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Editor's Note

VOLUME 39, NO. 4 • DEC 2022

Tzung-Jeng Hwang, IPA Bulletin Editor-in-Chief

After the COVID-19 pandemic gradually improved, we anticipate a long-expected in-person IPA Congress held from June 29 to July 2, 2023, in Lisbon. This issue is delayed for publication because president Dr. Ikeda hopes to send our members more news
regarding the Lisbon Congress. In the president’s message on the issue, Dr. Manabu Ikeda announced the updated progress of the congress preparatory work, including a rich program of pre-congress workshops, plenary sessions, symposiums, and oral and poster presentations. We look forward to meeting you in Lisbon.

Besides, various web-based programs have been continued as usual for our members through our IPA website, including webinars and a virtual journal club. You are welcome to participate in those activities.

In the “International Psychogeriatrics Review Column”, Dr. Donghang Zhang et al. (China) review the paper “The Montreal Cognitive Assessment (MoCA) with a double threshold: improving the MoCA for triaging patients in need of a neuropsychological assessment” by Géraud M. F. C. Dautzenberg et al. (2022). The research indicated that the optimal strategy for dementia screening is a two-stage selection progress: the first step is conducting the initial assessment by psychiatrists, and the second is using the MoCA as an add-on for those clients referred for neuropsychological assessment. The MoCA with a double threshold (a score < 21, 21-25, >25) can screen mild dementia and mild cognitive impairment. This method is time-saving, reduces false positive cases, and monitors those at risk.

There are 4 articles in “Research and Practice”, and 2 in “Around the World”.  In “Research and Practice”, Ms. Stephanie Perin and Grace Billing (Australia) review the importance of technology-assisted treatments and service delivery via telehealth, especially during the COVID-19 pandemic. They also propose that future research should consider the development of remotely-administered psychological and social intervention programs, and empiric evaluation of the efficacy, feasibility, and acceptability of such programs to support increased implementation. Dr. Laura Valzolgher (Italy) discusses the possible role of the Mediterranean diet in preventing neurodegenerative disorders, including empirical evidence and potential mechanisms. Dr. Rita Khoury (Lebanon) updates us on eating disorders (anorexia nervosa, bulimia nervosa, and binge eating disorder) in older people, including prevalence, comorbidities, and treatment. Mr. Moermans and his colleagues (the Netherlands) report their research on district nurses’ attitudes towards involuntary treatment for dementia care at home. They found that district nurses perceived the application of involuntary treatment as moderately restrictive for people living with dementia and felt moderately uncomfortable using it. All caregivers must have a greater awareness of the negative consequences and greater knowledge of person-centered alternatives.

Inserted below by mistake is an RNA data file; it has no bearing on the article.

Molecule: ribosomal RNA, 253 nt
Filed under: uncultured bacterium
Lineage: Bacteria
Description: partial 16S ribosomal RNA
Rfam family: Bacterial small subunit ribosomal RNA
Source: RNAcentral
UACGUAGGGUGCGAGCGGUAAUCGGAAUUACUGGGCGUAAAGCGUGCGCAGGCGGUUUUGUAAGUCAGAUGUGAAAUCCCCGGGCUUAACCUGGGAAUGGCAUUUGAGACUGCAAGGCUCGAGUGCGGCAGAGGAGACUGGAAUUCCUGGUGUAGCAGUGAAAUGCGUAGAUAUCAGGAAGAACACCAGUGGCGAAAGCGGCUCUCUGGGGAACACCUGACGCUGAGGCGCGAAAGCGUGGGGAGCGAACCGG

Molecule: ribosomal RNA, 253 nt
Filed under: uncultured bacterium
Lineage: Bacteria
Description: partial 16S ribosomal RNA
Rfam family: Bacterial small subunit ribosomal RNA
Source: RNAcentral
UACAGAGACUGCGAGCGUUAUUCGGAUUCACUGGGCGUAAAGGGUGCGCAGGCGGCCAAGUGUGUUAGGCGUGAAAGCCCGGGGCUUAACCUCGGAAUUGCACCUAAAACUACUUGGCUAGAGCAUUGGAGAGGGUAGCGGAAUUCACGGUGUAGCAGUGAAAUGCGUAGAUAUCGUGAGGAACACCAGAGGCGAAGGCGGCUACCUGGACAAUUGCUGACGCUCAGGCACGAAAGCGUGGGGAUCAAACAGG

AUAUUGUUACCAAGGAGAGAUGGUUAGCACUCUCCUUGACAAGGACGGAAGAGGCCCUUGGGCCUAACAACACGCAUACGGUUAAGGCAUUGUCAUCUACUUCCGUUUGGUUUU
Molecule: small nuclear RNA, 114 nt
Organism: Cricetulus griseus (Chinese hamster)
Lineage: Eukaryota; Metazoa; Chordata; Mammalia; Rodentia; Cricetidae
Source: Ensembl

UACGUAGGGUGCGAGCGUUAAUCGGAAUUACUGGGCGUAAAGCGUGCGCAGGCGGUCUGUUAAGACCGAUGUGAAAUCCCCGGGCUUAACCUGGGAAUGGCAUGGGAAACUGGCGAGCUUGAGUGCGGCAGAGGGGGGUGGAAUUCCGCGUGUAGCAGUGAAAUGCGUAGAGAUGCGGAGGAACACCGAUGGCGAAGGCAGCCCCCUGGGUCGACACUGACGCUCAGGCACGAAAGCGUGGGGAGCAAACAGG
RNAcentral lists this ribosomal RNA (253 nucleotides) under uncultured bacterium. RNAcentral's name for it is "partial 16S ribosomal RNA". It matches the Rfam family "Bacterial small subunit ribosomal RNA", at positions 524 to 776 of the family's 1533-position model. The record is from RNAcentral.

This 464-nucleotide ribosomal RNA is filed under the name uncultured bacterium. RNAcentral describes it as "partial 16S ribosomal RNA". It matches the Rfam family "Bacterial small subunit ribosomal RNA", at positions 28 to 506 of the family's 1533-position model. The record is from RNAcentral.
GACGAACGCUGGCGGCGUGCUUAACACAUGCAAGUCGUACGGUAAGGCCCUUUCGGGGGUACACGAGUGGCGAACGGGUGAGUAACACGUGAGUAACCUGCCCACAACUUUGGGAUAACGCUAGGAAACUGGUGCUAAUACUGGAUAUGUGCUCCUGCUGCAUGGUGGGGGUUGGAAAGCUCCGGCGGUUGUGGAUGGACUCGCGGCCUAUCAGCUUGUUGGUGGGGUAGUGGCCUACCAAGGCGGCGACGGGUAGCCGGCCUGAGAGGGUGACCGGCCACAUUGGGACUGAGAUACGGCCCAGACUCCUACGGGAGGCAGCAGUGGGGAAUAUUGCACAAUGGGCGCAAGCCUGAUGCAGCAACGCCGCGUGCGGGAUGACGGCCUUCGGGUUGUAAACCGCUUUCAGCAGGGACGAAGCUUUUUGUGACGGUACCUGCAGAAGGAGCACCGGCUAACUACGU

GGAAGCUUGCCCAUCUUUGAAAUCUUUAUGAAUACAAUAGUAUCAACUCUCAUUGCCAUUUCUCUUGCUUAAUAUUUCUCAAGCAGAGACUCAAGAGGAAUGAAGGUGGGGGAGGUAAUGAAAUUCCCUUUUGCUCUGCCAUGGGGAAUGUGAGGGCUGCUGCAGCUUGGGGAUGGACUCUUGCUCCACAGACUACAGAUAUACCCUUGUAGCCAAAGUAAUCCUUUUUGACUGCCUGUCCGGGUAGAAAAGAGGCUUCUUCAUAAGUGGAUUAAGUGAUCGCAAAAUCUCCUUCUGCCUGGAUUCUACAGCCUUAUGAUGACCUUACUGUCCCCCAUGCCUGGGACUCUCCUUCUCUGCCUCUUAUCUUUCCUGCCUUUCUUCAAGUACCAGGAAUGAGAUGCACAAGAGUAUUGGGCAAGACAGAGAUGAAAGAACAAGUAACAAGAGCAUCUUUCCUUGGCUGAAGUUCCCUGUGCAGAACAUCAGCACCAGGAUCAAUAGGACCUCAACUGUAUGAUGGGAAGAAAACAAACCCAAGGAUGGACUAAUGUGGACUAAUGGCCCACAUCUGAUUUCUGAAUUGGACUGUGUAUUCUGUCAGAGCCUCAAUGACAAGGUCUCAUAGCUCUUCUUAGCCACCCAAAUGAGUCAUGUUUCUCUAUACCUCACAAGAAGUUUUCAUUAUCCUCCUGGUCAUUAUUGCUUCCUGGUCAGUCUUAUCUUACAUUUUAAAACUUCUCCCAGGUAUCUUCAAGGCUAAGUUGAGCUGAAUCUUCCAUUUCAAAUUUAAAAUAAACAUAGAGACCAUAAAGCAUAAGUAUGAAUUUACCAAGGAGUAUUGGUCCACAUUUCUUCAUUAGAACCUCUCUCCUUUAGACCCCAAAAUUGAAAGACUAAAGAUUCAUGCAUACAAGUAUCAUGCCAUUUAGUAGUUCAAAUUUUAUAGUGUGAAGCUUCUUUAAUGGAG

In “Around the World”, Dr. Debanjan Banerjee (India) discusses the issue of elder care and reviews the state of aged care in some parts of the world,
including Europe, America, and Asia. He reminds us that one of the best ways to advance is by strengthening intergenerational bonds (between ageing parents, adult children, and grandchildren) through quality time. Finally, Dr. Nahathai Wongpakaran et al. (Thailand) share their new geriatric psychiatry fellowship program in Thailand. They illustrate the history and content of the program, and discuss its current strengths and challenges.

Our world has probably entered a new state, i.e., people may have to coexist with viruses. Hopefully, the coexistence will be balanced and peaceful. Now, most countries have reopened their doors to the world, and new opportunities and challenges may come. The editorial team wishes our members all the best and start a new active life. Please submit articles to express your thoughts and share experiences with us at



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